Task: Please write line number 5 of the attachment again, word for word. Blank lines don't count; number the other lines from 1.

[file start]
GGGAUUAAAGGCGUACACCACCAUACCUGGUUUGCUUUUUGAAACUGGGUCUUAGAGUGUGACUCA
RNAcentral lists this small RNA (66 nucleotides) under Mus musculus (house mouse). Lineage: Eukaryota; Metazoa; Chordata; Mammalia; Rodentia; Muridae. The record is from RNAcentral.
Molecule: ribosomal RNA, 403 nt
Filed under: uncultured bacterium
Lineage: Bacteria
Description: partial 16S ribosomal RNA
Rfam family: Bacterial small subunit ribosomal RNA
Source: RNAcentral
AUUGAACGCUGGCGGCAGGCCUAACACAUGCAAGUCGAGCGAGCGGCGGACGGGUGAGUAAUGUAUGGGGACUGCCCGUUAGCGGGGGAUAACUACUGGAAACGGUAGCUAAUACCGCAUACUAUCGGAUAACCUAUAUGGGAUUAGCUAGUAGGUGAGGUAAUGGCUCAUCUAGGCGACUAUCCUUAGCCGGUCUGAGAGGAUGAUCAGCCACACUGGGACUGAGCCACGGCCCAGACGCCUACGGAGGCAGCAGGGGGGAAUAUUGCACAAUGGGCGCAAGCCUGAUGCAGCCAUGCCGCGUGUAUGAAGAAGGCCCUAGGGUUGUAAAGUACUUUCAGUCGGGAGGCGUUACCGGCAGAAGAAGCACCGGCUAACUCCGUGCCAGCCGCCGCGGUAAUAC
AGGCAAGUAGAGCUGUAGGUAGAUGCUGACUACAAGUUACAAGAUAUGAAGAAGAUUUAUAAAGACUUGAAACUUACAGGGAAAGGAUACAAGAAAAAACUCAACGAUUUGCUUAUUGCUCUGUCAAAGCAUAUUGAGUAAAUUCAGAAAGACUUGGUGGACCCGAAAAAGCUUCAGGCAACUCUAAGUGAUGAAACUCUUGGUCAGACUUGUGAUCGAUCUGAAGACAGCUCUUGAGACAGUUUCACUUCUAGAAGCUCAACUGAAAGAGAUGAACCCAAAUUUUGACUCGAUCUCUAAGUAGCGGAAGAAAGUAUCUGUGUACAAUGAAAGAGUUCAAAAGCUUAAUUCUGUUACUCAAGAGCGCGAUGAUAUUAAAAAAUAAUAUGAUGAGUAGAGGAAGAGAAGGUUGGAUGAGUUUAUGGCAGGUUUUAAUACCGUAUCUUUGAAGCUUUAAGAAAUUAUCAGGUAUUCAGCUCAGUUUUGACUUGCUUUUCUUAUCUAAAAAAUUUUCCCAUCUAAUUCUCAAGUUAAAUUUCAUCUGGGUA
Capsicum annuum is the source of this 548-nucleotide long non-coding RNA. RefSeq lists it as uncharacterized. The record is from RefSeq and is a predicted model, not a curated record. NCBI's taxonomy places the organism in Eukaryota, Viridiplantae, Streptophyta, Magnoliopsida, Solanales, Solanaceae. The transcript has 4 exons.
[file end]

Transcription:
Lineage: Bacteria